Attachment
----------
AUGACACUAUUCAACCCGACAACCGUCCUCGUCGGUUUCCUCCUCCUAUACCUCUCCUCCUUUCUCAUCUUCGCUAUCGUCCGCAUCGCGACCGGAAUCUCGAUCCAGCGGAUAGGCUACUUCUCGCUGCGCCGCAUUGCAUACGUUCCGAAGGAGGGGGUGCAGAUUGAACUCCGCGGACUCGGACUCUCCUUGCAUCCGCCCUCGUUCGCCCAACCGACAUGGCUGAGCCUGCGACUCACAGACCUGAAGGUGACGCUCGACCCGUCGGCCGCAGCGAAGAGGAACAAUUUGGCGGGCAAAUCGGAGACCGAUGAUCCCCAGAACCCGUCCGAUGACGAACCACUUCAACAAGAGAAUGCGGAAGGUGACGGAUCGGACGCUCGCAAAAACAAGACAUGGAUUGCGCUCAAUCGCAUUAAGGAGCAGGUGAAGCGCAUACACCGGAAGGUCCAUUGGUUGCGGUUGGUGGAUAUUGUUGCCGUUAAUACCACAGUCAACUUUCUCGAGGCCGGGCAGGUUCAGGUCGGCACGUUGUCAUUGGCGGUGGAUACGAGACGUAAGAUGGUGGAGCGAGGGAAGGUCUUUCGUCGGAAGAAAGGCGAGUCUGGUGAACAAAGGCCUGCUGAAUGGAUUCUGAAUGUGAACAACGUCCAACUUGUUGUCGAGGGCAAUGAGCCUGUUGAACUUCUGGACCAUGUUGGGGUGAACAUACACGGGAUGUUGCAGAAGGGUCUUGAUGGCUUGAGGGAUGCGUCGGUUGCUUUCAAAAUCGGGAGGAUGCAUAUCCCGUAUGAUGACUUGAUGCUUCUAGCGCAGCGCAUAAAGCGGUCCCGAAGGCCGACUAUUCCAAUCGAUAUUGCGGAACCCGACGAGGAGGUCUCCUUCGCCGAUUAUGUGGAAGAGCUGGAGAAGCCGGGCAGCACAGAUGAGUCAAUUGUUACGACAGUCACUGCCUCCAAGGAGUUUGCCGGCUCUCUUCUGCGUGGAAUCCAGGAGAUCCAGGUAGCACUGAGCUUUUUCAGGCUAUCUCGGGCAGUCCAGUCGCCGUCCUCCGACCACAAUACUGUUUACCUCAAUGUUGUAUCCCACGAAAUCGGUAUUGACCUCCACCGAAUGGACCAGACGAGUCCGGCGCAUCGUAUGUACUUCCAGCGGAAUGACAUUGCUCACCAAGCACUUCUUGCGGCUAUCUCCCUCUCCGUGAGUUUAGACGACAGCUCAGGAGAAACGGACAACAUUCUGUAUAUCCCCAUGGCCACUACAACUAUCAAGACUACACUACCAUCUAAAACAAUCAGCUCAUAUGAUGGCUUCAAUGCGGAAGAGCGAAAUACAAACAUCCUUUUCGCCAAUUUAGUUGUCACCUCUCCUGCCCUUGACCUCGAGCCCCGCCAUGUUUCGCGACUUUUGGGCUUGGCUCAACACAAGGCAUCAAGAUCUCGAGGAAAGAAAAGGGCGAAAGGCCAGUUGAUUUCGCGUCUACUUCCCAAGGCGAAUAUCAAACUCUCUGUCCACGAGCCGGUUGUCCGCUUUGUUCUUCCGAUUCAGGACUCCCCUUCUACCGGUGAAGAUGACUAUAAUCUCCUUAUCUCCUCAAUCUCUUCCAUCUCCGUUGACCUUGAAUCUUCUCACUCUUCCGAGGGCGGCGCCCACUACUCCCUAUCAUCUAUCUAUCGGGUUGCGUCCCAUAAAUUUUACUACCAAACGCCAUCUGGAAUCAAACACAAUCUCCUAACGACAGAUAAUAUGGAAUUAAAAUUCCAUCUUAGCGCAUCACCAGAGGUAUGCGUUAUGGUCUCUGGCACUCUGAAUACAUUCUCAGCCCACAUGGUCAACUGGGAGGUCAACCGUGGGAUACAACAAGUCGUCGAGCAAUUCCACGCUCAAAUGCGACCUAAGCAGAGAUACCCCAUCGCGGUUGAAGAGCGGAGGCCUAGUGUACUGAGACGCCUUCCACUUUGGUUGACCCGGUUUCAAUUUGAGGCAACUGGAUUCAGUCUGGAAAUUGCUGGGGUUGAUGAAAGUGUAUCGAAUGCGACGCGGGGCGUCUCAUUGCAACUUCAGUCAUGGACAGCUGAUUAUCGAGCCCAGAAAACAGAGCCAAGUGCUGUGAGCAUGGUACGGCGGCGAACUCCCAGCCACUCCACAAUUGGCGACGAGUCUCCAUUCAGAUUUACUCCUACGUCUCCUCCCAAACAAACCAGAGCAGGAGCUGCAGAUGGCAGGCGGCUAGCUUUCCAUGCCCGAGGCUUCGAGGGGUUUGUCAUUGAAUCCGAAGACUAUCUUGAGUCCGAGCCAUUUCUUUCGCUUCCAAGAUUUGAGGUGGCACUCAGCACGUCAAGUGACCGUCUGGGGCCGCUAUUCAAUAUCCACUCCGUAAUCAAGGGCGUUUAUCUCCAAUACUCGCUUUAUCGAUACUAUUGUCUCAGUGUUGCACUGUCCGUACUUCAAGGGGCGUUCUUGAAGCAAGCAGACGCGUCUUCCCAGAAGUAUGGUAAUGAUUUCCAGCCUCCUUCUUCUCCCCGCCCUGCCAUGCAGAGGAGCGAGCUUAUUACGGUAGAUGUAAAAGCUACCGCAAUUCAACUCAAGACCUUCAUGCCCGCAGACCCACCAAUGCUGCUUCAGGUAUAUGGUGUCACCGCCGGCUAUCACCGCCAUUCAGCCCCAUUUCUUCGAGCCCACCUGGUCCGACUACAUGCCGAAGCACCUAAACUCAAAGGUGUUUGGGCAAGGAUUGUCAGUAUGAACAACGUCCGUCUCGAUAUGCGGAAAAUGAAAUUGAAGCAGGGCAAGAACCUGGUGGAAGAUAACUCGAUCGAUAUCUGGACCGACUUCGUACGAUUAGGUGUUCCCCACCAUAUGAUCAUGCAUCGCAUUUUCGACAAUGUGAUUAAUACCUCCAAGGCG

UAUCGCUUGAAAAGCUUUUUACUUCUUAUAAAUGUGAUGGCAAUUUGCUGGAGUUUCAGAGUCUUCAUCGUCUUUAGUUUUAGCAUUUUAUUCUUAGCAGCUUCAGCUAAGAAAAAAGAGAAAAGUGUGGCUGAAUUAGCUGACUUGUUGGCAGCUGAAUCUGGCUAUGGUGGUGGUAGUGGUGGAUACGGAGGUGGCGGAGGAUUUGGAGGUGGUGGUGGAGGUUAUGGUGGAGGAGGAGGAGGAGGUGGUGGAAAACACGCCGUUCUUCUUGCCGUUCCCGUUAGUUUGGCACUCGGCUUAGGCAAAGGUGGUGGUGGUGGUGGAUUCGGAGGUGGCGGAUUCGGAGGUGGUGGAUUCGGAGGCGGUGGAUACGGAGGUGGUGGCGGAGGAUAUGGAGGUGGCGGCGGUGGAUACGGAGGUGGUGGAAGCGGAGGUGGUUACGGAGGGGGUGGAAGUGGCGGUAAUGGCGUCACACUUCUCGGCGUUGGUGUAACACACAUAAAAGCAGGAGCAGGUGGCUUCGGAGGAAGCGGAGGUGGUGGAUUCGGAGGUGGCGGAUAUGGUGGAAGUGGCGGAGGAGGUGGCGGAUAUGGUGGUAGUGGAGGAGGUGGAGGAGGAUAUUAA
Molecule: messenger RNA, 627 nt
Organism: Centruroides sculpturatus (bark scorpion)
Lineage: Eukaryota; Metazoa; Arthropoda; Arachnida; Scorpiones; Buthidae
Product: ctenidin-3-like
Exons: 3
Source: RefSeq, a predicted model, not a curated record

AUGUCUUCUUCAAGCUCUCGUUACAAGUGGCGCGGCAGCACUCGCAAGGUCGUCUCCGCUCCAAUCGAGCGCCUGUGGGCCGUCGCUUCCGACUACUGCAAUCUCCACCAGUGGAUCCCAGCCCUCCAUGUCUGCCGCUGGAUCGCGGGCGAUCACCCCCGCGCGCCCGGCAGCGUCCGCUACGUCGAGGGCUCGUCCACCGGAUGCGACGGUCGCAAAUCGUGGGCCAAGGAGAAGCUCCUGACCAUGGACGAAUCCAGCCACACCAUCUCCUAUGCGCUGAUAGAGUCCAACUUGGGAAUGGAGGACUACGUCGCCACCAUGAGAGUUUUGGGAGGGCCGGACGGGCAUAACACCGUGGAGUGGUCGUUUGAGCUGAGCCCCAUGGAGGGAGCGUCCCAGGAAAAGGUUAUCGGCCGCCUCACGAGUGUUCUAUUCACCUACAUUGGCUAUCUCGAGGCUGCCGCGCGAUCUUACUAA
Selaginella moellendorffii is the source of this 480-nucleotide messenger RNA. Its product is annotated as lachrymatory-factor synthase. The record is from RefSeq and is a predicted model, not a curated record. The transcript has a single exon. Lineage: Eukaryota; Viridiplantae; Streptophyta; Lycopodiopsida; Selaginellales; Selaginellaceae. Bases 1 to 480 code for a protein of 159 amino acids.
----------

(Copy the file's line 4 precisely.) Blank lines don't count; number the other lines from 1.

Organism: Centruroides sculpturatus (bark scorpion)